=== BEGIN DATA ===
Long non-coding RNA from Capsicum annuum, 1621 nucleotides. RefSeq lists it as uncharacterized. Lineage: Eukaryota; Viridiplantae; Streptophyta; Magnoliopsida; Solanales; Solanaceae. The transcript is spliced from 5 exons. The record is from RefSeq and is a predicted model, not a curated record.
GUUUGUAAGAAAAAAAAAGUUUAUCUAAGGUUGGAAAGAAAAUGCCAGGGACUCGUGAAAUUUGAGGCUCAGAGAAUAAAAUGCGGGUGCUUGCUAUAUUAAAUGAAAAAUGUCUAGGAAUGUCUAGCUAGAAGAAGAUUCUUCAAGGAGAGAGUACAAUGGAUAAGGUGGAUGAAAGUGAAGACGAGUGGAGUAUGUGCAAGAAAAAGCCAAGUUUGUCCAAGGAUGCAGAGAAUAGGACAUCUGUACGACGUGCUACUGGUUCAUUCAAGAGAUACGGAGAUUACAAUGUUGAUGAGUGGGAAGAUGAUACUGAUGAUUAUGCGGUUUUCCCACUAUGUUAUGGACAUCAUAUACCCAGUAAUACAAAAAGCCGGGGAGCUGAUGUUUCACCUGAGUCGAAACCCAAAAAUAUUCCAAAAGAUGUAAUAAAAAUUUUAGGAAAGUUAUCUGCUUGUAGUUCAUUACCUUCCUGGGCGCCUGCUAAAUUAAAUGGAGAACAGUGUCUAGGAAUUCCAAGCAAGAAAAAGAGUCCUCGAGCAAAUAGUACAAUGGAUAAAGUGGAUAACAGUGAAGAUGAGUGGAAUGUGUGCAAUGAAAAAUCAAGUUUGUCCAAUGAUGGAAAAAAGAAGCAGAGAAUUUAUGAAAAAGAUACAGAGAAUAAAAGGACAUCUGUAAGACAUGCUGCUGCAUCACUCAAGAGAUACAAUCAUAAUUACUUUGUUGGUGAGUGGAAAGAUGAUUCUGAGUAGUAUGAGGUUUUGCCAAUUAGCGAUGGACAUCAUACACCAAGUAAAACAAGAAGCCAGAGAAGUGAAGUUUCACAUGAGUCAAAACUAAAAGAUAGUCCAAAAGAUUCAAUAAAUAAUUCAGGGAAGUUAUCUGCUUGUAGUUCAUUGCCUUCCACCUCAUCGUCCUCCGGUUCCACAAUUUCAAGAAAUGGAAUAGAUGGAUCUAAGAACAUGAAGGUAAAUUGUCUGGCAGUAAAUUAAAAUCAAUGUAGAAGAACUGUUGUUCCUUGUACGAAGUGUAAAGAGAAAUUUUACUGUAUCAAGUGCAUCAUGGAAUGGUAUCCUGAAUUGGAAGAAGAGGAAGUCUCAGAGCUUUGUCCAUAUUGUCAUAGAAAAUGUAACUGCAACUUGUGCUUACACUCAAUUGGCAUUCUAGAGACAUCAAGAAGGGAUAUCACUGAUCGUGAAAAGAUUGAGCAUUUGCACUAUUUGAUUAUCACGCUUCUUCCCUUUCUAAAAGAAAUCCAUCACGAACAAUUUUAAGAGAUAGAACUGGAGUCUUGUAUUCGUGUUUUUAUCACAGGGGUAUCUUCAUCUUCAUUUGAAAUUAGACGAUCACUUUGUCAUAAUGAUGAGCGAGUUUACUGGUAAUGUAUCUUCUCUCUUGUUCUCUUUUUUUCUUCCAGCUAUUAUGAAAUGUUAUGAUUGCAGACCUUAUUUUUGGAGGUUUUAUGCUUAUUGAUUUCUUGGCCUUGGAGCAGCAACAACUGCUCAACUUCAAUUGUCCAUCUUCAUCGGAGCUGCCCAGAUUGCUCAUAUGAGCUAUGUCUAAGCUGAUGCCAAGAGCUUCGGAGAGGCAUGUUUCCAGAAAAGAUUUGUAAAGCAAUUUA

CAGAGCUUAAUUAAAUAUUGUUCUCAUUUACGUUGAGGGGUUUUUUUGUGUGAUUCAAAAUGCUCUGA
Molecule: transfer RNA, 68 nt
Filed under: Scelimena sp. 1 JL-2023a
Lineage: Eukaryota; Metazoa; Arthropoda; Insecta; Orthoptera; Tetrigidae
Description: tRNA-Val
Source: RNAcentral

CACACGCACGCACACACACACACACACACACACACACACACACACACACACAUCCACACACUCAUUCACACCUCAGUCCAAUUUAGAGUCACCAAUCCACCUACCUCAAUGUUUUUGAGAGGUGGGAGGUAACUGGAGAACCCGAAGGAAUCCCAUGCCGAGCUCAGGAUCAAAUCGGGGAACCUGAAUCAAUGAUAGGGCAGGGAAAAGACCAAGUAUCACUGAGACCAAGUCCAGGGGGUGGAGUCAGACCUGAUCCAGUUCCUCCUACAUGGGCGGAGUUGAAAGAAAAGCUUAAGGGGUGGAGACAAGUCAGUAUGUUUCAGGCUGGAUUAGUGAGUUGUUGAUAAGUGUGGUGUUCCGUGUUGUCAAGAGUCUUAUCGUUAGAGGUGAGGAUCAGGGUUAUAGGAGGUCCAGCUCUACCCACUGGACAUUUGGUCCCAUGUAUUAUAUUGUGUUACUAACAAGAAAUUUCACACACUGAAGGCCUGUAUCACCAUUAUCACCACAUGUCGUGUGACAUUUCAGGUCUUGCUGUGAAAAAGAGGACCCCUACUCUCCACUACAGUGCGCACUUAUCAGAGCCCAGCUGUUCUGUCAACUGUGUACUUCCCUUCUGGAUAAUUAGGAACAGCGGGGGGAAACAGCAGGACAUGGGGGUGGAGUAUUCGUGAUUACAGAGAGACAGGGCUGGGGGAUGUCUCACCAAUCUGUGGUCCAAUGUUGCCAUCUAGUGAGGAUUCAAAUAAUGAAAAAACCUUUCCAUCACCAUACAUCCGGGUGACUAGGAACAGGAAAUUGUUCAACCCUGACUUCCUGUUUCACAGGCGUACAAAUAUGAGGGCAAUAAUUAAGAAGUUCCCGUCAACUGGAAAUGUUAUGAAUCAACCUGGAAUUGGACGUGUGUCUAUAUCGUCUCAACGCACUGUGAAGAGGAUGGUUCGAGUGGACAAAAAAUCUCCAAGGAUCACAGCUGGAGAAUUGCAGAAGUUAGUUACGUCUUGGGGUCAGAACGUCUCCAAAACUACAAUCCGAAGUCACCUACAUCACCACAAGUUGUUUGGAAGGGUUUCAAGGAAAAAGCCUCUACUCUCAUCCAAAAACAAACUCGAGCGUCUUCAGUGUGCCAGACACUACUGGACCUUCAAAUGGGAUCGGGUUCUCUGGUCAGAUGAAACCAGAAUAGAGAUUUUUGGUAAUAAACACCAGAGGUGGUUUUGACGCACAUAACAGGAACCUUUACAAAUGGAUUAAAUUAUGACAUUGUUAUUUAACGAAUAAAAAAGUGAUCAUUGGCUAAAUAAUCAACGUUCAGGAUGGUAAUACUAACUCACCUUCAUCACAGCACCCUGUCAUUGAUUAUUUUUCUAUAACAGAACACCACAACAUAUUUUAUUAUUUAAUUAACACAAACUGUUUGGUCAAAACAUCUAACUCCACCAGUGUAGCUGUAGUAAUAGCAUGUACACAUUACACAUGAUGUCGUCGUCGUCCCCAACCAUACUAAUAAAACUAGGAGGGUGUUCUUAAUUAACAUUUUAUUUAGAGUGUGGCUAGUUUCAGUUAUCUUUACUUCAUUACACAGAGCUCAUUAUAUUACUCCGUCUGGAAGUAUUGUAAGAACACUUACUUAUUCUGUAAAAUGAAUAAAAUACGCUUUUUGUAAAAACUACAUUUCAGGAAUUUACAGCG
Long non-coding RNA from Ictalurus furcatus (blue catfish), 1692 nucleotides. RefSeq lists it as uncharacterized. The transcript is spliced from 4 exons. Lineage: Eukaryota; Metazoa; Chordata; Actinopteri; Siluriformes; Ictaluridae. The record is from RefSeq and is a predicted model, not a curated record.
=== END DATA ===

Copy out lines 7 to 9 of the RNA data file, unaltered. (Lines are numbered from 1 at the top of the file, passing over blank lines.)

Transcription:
Description: tRNA-Val
Source: RNAcentral

CACACGCACGCACACACACACACACACACACACACACACACACACACACACAUCCACACACUCAUUCACACCUCAGUCCAAUUUAGAGUCACCAAUCCACCUACCUCAAUGUUUUUGAGAGGUGGGAGGUAACUGGAGAACCCGAAGGAAUCCCAUGCCGAGCUCAGGAUCAAAUCGGGGAACCUGAAUCAAUGAUAGGGCAGGGAAAAGACCAAGUAUCACUGAGACCAAGUCCAGGGGGUGGAGUCAGACCUGAUCCAGUUCCUCCUACAUGGGCGGAGUUGAAAGAAAAGCUUAAGGGGUGGAGACAAGUCAGUAUGUUUCAGGCUGGAUUAGUGAGUUGUUGAUAAGUGUGGUGUUCCGUGUUGUCAAGAGUCUUAUCGUUAGAGGUGAGGAUCAGGGUUAUAGGAGGUCCAGCUCUACCCACUGGACAUUUGGUCCCAUGUAUUAUAUUGUGUUACUAACAAGAAAUUUCACACACUGAAGGCCUGUAUCACCAUUAUCACCACAUGUCGUGUGACAUUUCAGGUCUUGCUGUGAAAAAGAGGACCCCUACUCUCCACUACAGUGCGCACUUAUCAGAGCCCAGCUGUUCUGUCAACUGUGUACUUCCCUUCUGGAUAAUUAGGAACAGCGGGGGGAAACAGCAGGACAUGGGGGUGGAGUAUUCGUGAUUACAGAGAGACAGGGCUGGGGGAUGUCUCACCAAUCUGUGGUCCAAUGUUGCCAUCUAGUGAGGAUUCAAAUAAUGAAAAAACCUUUCCAUCACCAUACAUCCGGGUGACUAGGAACAGGAAAUUGUUCAACCCUGACUUCCUGUUUCACAGGCGUACAAAUAUGAGGGCAAUAAUUAAGAAGUUCCCGUCAACUGGAAAUGUUAUGAAUCAACCUGGAAUUGGACGUGUGUCUAUAUCGUCUCAACGCACUGUGAAGAGGAUGGUUCGAGUGGACAAAAAAUCUCCAAGGAUCACAGCUGGAGAAUUGCAGAAGUUAGUUACGUCUUGGGGUCAGAACGUCUCCAAAACUACAAUCCGAAGUCACCUACAUCACCACAAGUUGUUUGGAAGGGUUUCAAGGAAAAAGCCUCUACUCUCAUCCAAAAACAAACUCGAGCGUCUUCAGUGUGCCAGACACUACUGGACCUUCAAAUGGGAUCGGGUUCUCUGGUCAGAUGAAACCAGAAUAGAGAUUUUUGGUAAUAAACACCAGAGGUGGUUUUGACGCACAUAACAGGAACCUUUACAAAUGGAUUAAAUUAUGACAUUGUUAUUUAACGAAUAAAAAAGUGAUCAUUGGCUAAAUAAUCAACGUUCAGGAUGGUAAUACUAACUCACCUUCAUCACAGCACCCUGUCAUUGAUUAUUUUUCUAUAACAGAACACCACAACAUAUUUUAUUAUUUAAUUAACACAAACUGUUUGGUCAAAACAUCUAACUCCACCAGUGUAGCUGUAGUAAUAGCAUGUACACAUUACACAUGAUGUCGUCGUCGUCCCCAACCAUACUAAUAAAACUAGGAGGGUGUUCUUAAUUAACAUUUUAUUUAGAGUGUGGCUAGUUUCAGUUAUCUUUACUUCAUUACACAGAGCUCAUUAUAUUACUCCGUCUGGAAGUAUUGUAAGAACACUUACUUAUUCUGUAAAAUGAAUAAAAUACGCUUUUUGUAAAAACUACAUUUCAGGAAUUUACAGCG